The Australian government intends to announce its recognition of the city of Jerusalem as the capital of Israel on Tuesday, The Australian newspaper reported, after receiving approval from the National Security Council on the move.
The running options are either to keep the Australian embassy in Tel Aviv with a small consulate office in Jerusalem, or move the embassy in the future, delayed due to the estimated AUS$200 million cost.
In an attempt to diffuse Palestinian, Arab and Islamic anger over the decision, Australian Prime Minister Scott Morrison has proposed a gesture of good will to the Palestinians in the form of an increase in diplomatic representation in Ramallah. However, speaking to the Sydney Morning Herald, Izzat Abdul Hadi, the head of the General Delegation of Palestine, says the only gesture that would suffice would be the “recognition of Palestinian statehood”.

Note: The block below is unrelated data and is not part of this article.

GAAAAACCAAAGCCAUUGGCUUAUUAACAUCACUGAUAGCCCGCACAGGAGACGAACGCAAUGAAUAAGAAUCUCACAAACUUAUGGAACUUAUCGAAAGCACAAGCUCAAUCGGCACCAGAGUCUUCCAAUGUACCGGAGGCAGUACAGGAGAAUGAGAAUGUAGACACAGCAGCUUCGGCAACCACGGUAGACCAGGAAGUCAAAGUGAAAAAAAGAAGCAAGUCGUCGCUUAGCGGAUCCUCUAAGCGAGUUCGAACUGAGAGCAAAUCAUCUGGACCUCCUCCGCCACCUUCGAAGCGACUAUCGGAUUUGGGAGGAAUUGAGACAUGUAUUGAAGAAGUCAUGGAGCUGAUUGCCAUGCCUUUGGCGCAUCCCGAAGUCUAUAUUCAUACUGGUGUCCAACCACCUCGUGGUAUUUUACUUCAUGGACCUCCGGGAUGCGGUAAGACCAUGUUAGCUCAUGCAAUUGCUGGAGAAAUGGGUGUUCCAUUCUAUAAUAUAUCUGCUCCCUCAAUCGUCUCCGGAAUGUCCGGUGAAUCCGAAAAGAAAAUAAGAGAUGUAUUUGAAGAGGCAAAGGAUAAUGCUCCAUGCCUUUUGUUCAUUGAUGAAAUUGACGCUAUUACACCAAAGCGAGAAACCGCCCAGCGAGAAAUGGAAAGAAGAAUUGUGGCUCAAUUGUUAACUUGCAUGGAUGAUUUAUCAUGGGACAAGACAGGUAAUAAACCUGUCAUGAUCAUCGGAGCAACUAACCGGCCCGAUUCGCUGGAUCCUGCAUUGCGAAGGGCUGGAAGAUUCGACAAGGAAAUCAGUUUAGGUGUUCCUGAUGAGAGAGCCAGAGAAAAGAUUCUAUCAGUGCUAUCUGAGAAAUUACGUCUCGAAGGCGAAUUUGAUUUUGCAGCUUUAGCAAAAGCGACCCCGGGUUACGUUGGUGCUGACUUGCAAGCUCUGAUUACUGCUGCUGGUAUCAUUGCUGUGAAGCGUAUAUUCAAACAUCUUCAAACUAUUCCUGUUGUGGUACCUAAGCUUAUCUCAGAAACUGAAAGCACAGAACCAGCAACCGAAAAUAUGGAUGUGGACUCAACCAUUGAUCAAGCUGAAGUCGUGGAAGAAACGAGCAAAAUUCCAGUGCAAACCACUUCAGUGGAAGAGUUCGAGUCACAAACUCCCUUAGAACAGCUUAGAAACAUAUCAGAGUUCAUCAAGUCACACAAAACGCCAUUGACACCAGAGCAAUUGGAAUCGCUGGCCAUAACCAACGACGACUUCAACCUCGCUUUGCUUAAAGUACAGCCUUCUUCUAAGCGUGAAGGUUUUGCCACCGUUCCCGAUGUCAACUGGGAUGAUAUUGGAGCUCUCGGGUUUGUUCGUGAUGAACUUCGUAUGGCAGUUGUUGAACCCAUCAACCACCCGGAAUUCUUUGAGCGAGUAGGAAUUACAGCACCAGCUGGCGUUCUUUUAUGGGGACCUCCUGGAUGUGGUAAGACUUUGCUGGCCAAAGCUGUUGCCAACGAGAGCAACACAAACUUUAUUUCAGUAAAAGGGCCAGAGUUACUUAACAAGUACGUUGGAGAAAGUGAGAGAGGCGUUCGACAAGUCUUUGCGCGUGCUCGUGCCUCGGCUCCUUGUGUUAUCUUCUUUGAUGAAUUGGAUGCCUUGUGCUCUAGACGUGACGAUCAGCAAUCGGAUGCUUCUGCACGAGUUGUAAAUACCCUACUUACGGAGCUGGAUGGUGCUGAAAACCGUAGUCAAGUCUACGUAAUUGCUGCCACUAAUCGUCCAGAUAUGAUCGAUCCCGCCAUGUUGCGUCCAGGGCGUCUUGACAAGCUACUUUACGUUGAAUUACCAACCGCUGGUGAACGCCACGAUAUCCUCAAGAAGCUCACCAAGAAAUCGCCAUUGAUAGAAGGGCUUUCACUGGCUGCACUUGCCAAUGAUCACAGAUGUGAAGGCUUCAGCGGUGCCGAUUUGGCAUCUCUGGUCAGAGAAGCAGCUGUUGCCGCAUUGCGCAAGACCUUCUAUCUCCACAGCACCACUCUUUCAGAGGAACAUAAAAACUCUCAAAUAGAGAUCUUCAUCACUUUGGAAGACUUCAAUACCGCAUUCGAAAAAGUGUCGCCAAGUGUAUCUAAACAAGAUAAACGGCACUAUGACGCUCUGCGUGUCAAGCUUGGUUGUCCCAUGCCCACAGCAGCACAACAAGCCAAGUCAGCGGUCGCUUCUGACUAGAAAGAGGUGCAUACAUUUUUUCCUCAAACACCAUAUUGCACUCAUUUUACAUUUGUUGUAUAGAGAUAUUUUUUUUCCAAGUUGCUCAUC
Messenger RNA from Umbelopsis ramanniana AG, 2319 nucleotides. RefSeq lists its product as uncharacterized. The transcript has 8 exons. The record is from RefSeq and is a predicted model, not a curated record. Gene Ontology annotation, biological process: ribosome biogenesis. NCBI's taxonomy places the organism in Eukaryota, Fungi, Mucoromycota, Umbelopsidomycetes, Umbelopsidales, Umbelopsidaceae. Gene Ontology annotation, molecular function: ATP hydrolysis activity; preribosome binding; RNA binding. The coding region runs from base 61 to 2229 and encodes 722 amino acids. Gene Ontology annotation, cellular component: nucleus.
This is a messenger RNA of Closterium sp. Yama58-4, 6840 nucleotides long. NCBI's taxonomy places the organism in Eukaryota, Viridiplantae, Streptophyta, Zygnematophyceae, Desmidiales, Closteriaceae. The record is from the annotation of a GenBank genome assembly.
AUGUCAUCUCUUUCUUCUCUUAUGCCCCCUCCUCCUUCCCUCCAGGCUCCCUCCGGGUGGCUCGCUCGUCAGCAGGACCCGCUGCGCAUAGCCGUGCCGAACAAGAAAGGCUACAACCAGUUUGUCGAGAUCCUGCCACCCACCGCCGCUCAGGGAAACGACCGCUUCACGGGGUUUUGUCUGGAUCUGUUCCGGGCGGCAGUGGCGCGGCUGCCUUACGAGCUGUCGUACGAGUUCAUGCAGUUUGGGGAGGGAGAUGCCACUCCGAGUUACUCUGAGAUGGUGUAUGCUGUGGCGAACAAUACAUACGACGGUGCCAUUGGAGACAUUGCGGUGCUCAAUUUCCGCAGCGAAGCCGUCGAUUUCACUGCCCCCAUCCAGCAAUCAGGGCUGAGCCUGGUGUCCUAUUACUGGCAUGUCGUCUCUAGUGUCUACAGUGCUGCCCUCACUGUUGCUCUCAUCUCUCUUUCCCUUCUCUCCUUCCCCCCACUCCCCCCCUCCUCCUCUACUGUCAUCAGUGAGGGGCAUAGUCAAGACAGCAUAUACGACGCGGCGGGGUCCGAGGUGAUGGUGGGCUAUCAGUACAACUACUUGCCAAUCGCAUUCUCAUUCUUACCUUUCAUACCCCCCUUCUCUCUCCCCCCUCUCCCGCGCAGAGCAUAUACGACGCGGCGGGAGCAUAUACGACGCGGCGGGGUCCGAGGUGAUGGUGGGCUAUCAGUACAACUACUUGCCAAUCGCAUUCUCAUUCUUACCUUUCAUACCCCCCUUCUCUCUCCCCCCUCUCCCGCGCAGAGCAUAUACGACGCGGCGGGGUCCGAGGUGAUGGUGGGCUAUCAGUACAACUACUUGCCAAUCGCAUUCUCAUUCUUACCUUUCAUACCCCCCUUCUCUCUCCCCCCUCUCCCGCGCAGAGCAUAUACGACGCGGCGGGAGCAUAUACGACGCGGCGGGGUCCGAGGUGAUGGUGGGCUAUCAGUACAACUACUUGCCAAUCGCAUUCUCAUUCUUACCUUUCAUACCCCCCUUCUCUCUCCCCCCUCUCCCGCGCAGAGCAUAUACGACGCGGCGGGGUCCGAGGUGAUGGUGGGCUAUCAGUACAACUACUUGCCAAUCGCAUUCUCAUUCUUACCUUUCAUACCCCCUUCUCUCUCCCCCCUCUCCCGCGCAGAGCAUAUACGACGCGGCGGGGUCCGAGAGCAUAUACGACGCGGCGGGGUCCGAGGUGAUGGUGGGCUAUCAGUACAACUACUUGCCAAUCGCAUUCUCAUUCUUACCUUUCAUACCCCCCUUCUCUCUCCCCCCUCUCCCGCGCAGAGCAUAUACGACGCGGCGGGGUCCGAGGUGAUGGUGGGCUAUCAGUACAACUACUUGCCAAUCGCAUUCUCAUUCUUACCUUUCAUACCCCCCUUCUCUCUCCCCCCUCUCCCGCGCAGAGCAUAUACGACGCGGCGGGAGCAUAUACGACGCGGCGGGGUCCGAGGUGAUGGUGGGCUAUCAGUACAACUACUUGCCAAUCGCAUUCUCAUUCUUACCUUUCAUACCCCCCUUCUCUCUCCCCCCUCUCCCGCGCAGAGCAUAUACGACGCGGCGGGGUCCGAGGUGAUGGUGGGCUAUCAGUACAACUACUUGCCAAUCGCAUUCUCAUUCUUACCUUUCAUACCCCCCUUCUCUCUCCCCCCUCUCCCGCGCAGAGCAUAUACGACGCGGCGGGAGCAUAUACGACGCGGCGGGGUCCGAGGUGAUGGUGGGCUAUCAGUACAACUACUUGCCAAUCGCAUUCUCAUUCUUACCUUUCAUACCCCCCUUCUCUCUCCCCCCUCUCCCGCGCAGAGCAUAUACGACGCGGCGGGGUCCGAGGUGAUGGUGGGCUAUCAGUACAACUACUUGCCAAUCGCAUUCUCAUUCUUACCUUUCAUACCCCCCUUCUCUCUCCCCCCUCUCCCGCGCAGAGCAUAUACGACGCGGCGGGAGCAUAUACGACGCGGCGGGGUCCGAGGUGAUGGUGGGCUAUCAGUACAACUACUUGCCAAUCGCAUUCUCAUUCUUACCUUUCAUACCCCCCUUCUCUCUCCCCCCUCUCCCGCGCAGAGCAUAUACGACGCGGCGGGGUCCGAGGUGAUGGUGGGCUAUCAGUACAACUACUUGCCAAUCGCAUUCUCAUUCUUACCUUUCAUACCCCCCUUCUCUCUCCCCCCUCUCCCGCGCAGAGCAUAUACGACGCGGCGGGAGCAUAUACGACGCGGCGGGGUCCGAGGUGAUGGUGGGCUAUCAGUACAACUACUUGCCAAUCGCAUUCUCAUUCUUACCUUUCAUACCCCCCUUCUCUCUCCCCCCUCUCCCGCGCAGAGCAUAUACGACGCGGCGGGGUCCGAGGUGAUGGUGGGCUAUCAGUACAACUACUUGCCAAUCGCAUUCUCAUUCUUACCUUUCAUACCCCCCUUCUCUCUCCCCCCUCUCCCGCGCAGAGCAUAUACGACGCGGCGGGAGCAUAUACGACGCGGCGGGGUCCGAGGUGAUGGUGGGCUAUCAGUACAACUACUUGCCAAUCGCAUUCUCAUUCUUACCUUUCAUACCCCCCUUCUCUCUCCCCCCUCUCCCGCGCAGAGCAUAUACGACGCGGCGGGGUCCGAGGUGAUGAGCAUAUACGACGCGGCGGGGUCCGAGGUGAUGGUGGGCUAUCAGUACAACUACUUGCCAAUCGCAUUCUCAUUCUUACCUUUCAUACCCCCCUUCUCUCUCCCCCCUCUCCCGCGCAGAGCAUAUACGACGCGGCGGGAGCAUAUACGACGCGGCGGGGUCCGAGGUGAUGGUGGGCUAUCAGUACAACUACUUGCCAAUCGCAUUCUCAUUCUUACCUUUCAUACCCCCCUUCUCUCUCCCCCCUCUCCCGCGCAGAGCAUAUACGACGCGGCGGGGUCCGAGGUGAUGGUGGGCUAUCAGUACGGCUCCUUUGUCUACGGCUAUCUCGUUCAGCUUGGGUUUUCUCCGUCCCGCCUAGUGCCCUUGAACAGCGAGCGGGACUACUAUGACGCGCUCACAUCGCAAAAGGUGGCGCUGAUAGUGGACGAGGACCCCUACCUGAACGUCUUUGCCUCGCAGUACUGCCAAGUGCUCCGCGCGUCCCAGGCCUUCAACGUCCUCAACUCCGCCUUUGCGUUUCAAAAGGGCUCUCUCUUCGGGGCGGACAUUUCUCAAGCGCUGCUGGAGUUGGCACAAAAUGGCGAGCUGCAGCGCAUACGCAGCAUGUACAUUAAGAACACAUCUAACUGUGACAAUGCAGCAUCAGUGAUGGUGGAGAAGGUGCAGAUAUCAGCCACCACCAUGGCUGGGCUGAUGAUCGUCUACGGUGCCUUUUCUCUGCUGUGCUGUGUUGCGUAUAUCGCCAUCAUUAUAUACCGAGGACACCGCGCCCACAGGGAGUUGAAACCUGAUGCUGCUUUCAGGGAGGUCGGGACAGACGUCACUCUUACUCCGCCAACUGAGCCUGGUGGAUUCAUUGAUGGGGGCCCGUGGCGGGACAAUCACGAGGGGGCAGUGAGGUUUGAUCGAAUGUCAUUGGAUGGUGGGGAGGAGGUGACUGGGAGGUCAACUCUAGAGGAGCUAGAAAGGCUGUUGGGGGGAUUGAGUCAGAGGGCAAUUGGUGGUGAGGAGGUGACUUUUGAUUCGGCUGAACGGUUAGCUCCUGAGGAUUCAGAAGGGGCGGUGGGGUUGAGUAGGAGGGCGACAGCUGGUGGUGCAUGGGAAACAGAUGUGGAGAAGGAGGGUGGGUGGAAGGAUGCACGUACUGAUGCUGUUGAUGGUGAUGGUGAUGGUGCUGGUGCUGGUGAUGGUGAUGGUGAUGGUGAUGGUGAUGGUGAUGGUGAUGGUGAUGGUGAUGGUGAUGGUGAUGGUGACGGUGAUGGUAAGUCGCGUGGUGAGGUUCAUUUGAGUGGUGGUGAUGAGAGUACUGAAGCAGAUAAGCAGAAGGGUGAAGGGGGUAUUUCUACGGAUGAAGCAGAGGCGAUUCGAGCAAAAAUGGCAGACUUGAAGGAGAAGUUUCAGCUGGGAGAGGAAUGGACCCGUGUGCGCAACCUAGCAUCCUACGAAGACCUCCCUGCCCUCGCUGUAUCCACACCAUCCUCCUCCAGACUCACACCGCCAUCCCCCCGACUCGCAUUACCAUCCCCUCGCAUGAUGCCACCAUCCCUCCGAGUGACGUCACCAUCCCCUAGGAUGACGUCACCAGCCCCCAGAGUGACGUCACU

As a reaction, neighbouring countries of Malaysia and Indonesia have put pressure on the Australian government to abandon the move. The two south-east Asian nations are important economic and trade partners with Australia and a significant free trade deal is on the line, with the outcome apparently depending on Australia’s Jerusalem decision.
This announcement comes following the controversial move of the US in May this year, when the Trump administration recognised Jerusalem as the capital of Israel last December. The protest of this decision saw over 50 Palestinians killed and around 1,200 people wounded. Following suit, Guatemala and Paraguay also shifted their embassies to Jerusalem, although the latter promptly withdrew back to Tel Aviv.
International consensus has usually seen Jerusalem as one of the highest stakes in Israeli-Palestinian peace talks, as both states believe it to be their capital. The recognition of Israel’s Jerusalem by other nations not only legitmises the illegal occupation, according to Abdul Hadi, but also potentially puts any future peace negotiations in grave danger.